In the above quotation, the authors are overoptimistic in their assertion that the cofactor effect of opportunistic infections is now a more minor consideration in developed countries.  Valacyclovir, a drug that inhibits the replication of  many members of the herpes virus group, but has no direct effect on HIV was reported to reduce HIV viral loads in the absence of antiretroviral therapy. In the developed world, active herpes virus infections are common in the setting of HIV infection, although most will be asymptomatic. For example, Cytomegalovirus, Epstein Barr Virus and Human herpes virus type 6 are not infrequently found to be active in HIV infected individuals. Valacyclovir will have an effect on these viruses, and may well find a place in the treatment of HIV infection in developed countries.  Indeed it may not be uncommon for experienced physicians here (in the US) to prescribe related anti herpes medications to their HIV infected patients. I certainly do.

There is another aspect, a little more difficult to establish and perhaps altogether conjectural.  This is that we are presented with the question of why we need AIDS to justify interventions that have long been established to themselves improve the health of populations.  These include the provision of sanitation and clean water, the control of malaria and TB, and something as simple as getting rid of worms.  In the public’s assessment of the health needs of developing countries the information that is used is largely to be found in popular media, newspapers, magazines and TV.  Those who report in turn receive information from professional sources, and maybe it is here that the interdisciplinary barriers to communication I have been talking about have their effect. Thus the AIDS epidemic is perceived to be the greatest threat to the future of Africa, even though malaria kills more people, and common endemic infections contribute to an abysmal life expectancy.   (This was written 2-3 years ago and was probably incorrect even at that time;  estimates are that today there are  1.5-2 million deaths from AIDS in Africa, with close to 1 million deaths from malaria.  Malaria though  is responsible for a greater  number of deaths in children under 5 years of age).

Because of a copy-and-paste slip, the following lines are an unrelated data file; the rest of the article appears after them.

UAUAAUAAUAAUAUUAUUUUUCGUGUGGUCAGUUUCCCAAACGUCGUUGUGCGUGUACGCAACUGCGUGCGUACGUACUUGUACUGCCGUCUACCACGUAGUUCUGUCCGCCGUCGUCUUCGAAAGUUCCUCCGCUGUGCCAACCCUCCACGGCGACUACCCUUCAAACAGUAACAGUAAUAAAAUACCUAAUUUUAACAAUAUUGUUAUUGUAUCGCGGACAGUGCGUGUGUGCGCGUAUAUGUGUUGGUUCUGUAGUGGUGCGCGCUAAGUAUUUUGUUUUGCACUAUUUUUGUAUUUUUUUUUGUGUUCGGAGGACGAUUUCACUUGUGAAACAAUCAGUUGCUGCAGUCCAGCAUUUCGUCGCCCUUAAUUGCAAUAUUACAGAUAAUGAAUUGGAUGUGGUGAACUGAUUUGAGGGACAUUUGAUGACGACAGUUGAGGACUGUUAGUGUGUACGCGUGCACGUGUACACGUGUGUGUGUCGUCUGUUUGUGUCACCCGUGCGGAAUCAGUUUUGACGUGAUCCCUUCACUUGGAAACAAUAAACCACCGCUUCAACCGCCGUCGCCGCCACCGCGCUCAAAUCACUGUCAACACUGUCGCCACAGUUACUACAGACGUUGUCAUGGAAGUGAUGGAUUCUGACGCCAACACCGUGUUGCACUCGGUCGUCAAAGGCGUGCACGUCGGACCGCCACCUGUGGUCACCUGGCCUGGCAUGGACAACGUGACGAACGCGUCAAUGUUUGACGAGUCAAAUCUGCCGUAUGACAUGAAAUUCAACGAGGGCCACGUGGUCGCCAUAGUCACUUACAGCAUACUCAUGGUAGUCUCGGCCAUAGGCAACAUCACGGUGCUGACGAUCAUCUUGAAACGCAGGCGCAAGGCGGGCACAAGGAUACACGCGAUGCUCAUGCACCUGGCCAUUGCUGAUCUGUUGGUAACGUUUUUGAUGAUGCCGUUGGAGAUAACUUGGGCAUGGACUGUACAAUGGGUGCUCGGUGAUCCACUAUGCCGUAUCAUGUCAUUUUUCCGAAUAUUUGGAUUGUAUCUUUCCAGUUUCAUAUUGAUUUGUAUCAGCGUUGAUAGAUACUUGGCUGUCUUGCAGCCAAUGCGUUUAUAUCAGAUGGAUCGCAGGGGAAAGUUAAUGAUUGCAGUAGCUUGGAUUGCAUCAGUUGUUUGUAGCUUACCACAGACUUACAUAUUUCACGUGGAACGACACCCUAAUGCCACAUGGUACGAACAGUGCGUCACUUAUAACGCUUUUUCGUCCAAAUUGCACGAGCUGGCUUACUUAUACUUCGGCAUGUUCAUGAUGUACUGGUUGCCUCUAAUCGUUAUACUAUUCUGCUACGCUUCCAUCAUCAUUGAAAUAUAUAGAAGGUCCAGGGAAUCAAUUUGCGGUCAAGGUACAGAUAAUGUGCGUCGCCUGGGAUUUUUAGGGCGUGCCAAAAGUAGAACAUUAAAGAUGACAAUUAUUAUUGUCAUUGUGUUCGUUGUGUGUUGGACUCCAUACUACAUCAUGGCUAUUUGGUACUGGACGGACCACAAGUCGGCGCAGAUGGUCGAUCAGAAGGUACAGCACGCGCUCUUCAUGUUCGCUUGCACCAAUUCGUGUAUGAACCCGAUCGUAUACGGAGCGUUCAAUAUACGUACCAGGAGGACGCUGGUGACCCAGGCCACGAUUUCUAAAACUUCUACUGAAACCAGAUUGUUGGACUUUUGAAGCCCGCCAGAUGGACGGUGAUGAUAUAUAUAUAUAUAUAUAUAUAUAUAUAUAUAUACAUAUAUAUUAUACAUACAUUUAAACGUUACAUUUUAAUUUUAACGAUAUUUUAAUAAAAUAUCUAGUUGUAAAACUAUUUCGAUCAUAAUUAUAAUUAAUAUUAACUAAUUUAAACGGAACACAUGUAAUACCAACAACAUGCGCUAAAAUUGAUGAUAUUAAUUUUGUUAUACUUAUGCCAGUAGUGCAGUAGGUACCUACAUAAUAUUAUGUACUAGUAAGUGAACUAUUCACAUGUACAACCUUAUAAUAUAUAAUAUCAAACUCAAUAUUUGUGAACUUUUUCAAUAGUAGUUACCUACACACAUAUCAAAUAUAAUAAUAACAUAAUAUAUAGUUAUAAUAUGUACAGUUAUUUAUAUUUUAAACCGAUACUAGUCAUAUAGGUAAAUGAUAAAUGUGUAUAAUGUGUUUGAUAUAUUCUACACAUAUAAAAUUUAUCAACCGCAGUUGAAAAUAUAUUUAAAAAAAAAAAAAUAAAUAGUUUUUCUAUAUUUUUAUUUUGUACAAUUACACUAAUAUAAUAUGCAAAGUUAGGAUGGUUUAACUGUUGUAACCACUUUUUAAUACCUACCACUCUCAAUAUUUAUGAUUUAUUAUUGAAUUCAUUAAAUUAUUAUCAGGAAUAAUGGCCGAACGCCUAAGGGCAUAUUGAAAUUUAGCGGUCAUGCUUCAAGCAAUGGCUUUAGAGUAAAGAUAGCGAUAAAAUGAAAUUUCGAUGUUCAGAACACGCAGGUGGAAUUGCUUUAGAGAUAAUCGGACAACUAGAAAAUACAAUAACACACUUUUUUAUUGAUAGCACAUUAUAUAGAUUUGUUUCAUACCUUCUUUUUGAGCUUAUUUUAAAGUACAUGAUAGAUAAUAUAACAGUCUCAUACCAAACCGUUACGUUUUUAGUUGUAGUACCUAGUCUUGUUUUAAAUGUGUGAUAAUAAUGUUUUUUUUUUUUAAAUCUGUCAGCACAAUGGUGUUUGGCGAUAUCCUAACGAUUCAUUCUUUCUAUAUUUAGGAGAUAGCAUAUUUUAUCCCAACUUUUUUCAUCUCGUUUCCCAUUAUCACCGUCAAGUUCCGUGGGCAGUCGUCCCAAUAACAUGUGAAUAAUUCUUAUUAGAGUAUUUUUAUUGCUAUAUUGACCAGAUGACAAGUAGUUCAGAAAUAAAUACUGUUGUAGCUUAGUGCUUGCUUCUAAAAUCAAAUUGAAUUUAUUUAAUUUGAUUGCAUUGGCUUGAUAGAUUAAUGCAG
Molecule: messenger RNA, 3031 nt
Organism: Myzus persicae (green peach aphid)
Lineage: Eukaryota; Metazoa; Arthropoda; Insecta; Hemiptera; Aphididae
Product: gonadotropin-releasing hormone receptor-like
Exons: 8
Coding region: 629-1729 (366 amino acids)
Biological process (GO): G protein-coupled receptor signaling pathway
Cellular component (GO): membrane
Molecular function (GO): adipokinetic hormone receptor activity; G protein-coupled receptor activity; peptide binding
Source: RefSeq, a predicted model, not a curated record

It continues to be remarkable that although evidence has existed for years that many of these infections can interact with HIV infection to increase its infectivity and accelerate disease progression, those who advocate for, and allocate funds to fight HIV/AIDS seem oblivious to the relevance and implications of these interactions.

This effort of course needs absolutely no justification, but its funding is small compared to the resources that have been made available to combat HIV/AIDS –  but from all that has been described funding for these endemic infections is in fact also funding to fight HIV/AIDS “.

Those were comments made 2-3 years ago.

While malaria and tuberculosis are now receiving attention and are included with AIDS in some programs,   many other endemic infections  continue to be neglected.

Going back much further in time,  interest in the activating effects of associated infections on HIV replication began within the first 10 years of the epidemic.  This started with the demonstration that proinflammatory cytokines, TNF alpha or IL 6, for example could greatly accelerate HIV replication.

Of course these cytokines appear in the course of many different infections.  When viral load tests became available this effect was well understood by patients and physicians in N America and Europe. It became common wisdom that an HIV infected person who had a febrile illness, or had even received a flu vaccine  should delay viral load testing because the infection or vaccination was frequently associated with temporary rises in HIV viral loads.

The implications for geographic areas where the infections were far from temporary seemed to escape notice.